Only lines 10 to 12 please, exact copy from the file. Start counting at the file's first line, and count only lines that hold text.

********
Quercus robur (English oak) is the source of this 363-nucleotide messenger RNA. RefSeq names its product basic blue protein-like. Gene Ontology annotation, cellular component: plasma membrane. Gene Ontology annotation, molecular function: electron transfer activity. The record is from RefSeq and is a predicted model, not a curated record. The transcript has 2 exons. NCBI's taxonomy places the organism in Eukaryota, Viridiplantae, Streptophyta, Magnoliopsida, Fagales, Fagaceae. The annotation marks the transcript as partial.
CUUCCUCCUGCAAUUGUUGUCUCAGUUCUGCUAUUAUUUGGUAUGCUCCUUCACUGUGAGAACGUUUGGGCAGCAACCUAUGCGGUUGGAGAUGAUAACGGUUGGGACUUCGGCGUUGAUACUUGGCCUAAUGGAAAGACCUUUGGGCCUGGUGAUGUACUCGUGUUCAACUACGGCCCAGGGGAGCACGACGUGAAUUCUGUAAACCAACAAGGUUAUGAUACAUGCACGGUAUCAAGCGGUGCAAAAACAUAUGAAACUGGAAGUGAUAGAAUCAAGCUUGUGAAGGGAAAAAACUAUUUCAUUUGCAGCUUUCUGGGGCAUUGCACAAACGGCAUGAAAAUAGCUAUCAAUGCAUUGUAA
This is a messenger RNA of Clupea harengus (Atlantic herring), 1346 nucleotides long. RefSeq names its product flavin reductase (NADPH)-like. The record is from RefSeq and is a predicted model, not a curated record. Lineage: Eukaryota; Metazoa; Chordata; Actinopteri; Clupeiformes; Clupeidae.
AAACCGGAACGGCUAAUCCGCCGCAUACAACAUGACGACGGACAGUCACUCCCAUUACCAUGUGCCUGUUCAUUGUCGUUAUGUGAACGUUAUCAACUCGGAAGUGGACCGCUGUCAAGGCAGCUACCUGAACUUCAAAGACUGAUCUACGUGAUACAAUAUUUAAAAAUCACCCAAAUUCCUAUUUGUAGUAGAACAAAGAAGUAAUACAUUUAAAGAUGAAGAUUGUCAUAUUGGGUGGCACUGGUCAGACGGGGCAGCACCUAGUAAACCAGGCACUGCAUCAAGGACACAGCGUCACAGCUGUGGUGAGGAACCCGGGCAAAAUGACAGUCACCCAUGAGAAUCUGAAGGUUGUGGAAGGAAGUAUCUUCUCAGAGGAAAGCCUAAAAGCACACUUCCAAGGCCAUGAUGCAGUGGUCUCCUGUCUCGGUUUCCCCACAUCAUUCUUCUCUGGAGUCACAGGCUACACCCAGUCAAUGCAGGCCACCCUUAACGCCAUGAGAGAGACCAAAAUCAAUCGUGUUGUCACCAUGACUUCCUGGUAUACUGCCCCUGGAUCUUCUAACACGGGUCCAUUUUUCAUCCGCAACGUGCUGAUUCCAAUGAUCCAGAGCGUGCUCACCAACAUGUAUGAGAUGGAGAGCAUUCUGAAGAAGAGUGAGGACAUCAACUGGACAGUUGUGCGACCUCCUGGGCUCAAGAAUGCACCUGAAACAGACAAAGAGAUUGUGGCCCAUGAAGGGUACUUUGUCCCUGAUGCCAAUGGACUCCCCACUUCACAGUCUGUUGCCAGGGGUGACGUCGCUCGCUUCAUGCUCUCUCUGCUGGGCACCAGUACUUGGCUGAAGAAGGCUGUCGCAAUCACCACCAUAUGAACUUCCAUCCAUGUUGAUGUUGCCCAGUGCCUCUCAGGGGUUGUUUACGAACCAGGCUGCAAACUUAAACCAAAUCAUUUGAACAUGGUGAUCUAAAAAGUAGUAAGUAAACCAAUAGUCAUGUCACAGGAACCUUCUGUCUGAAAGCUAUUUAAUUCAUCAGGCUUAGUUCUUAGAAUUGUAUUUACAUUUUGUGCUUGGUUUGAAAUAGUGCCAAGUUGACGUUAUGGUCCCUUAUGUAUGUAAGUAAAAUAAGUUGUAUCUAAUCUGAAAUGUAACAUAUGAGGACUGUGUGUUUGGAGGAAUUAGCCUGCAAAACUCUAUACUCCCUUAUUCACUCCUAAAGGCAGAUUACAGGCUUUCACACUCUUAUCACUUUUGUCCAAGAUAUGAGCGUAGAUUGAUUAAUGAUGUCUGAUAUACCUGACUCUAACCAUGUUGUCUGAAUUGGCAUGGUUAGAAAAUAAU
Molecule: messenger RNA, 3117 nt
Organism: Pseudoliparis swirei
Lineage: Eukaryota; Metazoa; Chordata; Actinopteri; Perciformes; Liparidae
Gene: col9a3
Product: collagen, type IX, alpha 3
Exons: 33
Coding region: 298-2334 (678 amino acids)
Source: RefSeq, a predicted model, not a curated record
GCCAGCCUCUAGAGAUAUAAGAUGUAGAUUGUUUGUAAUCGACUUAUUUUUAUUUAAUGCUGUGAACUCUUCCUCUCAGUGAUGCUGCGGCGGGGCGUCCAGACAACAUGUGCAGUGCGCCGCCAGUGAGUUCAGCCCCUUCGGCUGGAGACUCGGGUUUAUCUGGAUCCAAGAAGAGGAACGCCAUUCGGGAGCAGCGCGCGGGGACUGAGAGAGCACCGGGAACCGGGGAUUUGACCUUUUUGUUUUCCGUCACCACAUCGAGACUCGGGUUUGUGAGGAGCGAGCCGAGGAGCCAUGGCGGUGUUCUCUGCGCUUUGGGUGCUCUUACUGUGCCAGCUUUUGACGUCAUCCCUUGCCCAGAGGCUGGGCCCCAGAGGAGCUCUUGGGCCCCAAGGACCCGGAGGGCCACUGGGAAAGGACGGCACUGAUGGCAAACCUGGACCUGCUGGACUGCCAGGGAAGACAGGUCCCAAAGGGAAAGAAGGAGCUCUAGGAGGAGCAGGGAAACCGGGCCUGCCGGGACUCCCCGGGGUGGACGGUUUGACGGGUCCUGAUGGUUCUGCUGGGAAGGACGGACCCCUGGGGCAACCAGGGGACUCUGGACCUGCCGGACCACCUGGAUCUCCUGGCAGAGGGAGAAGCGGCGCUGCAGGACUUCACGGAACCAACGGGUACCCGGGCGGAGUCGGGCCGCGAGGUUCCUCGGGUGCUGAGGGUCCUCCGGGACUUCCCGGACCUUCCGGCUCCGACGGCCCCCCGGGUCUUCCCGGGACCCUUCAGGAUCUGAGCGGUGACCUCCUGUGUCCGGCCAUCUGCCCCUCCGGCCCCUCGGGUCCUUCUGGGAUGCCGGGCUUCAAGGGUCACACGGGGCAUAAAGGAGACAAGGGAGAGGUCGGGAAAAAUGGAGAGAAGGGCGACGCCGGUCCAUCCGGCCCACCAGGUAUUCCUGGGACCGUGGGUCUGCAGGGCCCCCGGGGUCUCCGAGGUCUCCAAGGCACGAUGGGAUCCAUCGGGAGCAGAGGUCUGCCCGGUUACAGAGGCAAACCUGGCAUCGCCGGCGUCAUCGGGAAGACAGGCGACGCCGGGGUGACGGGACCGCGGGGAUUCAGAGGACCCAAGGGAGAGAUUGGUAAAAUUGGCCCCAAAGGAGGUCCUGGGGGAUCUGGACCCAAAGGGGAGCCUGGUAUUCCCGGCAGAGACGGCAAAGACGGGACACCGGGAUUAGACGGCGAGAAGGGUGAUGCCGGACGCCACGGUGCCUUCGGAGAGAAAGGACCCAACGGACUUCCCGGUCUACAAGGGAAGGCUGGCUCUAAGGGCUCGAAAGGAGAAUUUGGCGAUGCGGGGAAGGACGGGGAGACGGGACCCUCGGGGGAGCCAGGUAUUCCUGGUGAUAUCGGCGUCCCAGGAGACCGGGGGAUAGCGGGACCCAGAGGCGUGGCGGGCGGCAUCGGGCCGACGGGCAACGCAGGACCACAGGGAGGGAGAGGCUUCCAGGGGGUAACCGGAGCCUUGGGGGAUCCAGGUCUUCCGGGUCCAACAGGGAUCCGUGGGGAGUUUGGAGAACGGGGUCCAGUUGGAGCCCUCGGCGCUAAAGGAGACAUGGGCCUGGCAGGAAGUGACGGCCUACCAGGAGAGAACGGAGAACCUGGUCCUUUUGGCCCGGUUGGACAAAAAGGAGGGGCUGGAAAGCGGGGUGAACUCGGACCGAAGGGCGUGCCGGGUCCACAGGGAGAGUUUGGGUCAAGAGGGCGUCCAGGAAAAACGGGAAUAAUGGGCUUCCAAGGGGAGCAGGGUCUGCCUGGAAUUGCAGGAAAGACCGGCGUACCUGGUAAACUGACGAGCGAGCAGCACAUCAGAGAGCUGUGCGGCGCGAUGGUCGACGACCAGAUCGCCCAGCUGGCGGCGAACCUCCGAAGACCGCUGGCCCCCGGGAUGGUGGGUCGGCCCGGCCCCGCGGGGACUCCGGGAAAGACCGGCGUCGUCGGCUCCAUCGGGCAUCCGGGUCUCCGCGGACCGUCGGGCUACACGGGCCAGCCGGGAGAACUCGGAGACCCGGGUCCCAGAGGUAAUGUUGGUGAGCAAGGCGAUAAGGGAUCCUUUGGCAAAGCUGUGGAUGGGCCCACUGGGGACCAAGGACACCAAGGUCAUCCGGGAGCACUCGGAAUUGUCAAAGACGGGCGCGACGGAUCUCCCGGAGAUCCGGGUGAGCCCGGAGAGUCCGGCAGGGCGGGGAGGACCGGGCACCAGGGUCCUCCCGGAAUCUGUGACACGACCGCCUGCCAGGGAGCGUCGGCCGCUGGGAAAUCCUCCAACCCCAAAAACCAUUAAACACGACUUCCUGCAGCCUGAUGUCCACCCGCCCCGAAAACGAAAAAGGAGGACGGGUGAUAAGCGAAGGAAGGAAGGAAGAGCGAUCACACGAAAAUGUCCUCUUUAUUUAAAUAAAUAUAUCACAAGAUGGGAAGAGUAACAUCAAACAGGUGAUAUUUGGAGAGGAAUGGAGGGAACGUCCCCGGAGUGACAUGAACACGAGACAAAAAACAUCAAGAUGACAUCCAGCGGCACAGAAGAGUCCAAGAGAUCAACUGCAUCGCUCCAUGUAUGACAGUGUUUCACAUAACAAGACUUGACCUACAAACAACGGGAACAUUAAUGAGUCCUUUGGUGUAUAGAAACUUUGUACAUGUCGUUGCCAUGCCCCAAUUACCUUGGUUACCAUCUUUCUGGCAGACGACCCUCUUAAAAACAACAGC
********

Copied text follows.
Exons: 33
Coding region: 298-2334 (678 amino acids)
Source: RefSeq, a predicted model, not a curated record